• Kenny Spencer admits he never envisioned his career in professional football leading to a prominent role on a reality TV show or personal friendships with rock-and-roll music legends Gene Simmons and Paul Stanley of KISS fame.

    Spencer, a 2005 Glenwood Community High School graduate, is the place kicker for the LA KISS, an Arena Football League (AFL) team partially owned by the two band members from KISS and the focus of the 10-week 4th and Loud docu-series that began airing in August on Tuesday nights on AMC (9 p.m. CDT).

  • Something magical happened Saturday evening outside a castle tucked away in the Loess Hills.

    Gary Giaffoglione walked side-by-side with his little girl down the aisle on her wedding day – a father’s dream that was seemingly shattered in March 2008 when an automobile accident left Gina, his only daughter, fighting for her life and paralyzed from the waist down.

    On this cool, late summer’s evening 6 1/2 years later, in the presence of family and friends, Gary and Gina made their dream a reality.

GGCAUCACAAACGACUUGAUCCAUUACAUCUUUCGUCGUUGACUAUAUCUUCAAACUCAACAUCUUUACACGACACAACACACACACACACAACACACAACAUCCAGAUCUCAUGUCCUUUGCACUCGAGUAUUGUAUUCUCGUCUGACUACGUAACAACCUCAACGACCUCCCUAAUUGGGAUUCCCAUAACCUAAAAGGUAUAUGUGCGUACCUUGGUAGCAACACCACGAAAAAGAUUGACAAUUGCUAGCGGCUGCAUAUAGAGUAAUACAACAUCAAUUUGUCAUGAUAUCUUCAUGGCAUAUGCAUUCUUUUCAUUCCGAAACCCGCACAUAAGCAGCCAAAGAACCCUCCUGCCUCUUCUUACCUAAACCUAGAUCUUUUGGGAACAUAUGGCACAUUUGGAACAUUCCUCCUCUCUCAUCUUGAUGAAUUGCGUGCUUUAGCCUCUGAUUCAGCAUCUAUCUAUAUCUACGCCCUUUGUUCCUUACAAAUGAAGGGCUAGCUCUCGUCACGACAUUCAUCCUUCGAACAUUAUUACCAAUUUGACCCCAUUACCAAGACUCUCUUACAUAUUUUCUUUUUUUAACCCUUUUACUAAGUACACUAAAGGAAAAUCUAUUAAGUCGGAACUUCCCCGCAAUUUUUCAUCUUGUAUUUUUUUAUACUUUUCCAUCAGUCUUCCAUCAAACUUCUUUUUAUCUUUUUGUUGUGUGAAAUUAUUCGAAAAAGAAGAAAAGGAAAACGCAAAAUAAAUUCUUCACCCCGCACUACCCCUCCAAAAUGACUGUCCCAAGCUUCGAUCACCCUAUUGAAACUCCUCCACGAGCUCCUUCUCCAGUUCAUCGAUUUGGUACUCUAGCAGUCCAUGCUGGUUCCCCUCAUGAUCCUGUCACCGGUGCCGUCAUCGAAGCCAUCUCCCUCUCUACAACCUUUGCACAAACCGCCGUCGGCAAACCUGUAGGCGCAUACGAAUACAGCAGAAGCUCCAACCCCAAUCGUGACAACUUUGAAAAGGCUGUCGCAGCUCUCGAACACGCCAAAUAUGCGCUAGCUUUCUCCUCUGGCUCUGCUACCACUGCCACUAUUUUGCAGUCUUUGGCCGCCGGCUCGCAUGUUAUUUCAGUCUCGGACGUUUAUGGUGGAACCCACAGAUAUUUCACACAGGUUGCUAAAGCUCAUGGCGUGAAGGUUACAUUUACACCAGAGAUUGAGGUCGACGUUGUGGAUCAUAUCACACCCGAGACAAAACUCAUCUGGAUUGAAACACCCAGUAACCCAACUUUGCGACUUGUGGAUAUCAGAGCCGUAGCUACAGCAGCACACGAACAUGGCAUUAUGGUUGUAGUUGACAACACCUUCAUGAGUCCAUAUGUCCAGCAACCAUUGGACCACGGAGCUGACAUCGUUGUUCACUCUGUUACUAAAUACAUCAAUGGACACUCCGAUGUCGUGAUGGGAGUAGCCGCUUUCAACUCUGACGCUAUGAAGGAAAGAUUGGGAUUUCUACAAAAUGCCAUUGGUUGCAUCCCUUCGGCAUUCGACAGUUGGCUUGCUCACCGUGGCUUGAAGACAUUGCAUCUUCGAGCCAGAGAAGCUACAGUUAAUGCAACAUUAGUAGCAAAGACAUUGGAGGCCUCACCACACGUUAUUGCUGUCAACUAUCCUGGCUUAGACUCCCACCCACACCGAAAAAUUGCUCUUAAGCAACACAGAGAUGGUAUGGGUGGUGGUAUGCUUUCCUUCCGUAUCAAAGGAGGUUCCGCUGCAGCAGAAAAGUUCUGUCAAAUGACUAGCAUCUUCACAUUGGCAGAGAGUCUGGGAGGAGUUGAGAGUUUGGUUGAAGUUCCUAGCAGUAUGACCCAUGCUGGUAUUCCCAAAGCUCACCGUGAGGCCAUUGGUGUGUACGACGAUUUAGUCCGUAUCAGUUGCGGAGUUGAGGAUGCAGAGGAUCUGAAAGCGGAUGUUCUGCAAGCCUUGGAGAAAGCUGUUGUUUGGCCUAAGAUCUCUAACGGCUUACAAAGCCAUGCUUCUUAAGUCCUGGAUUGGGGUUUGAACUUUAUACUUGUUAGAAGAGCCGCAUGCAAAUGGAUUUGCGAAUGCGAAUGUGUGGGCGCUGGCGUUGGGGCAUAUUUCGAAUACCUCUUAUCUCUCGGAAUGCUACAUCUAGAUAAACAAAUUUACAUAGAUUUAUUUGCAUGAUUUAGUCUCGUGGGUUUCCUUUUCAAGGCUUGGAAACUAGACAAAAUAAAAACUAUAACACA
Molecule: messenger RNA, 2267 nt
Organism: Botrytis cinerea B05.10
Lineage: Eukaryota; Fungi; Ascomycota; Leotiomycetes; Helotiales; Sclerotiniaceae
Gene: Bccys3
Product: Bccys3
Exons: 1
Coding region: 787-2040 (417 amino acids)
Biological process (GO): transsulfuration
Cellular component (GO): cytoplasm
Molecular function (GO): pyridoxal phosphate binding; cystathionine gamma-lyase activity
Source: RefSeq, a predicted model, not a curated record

• By Daisy Hutzell-Rodman

  • By Daisy Hutzell-Rodman

    Several Glenwood women sat at Vine Street Cellars on a warm Thursday evening talking about books they recently read at “Read Between the Wines,” a book discussion group from the library.

    The group is the brainchild of adult services librarian Teresa Buckingham, who started the group in 2012.

    “It’s always been a dream of mine,” Buckingham said. “I can’t think of anything neater than getting together over wine and talking about books.”

  • OMAHA — Bill Wyszenski’s been making home deliveries as a UPS driver for more than 25 years, but on Father’s Day he made his first delivery to home plate.

    The longtime Glenwood resident was given the honor and responsibility of delivering the game ball to the home plate umpire at TD Ameritrade Park for Game 4 of the NCAA College World Series between Ole Miss and Virginia.